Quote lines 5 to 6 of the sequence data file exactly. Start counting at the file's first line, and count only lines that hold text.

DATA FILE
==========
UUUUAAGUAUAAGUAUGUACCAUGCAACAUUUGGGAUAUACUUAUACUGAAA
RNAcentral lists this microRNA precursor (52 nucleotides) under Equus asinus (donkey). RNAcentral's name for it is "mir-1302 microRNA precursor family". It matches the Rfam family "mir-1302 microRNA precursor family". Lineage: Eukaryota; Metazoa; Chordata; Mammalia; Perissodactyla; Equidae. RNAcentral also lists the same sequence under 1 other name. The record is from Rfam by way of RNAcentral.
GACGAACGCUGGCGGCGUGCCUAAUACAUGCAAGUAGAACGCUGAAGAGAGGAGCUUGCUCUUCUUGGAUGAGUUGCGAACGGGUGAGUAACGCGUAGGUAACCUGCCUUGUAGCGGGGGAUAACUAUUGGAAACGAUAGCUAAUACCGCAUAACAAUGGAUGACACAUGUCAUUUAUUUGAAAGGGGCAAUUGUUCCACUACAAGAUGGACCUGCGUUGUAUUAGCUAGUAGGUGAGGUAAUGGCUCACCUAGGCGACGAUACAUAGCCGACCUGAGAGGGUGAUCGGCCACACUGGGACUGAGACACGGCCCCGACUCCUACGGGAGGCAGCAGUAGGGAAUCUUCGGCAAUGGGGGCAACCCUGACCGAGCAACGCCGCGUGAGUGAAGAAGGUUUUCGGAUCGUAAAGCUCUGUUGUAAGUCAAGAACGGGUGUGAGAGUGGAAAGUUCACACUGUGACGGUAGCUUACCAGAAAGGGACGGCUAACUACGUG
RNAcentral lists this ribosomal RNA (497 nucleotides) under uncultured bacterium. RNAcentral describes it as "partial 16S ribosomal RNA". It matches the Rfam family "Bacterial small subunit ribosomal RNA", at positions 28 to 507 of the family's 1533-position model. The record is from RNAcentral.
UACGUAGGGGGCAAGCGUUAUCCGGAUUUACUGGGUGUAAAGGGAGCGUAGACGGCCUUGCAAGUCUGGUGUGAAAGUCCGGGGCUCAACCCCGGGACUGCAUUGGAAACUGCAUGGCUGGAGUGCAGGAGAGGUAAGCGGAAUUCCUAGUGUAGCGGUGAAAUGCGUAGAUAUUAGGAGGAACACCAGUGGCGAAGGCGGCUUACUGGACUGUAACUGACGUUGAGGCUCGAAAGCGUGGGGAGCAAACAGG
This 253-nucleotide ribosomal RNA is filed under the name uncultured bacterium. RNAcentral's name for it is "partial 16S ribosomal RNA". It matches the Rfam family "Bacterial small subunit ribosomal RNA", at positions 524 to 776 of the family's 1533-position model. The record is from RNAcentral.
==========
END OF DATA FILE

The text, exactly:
UACGUAGGGGGCAAGCGUUAUCCGGAUUUACUGGGUGUAAAGGGAGCGUAGACGGCCUUGCAAGUCUGGUGUGAAAGUCCGGGGCUCAACCCCGGGACUGCAUUGGAAACUGCAUGGCUGGAGUGCAGGAGAGGUAAGCGGAAUUCCUAGUGUAGCGGUGAAAUGCGUAGAUAUUAGGAGGAACACCAGUGGCGAAGGCGGCUUACUGGACUGUAACUGACGUUGAGGCUCGAAAGCGUGGGGAGCAAACAGG
This 253-nucleotide ribosomal RNA is filed under the name uncultured bacterium. RNAcentral's name for it is "partial 16S ribosomal RNA". It matches the Rfam family "Bacterial small subunit ribosomal RNA", at positions 524 to 776 of the family's 1533-position model. The record is from RNAcentral.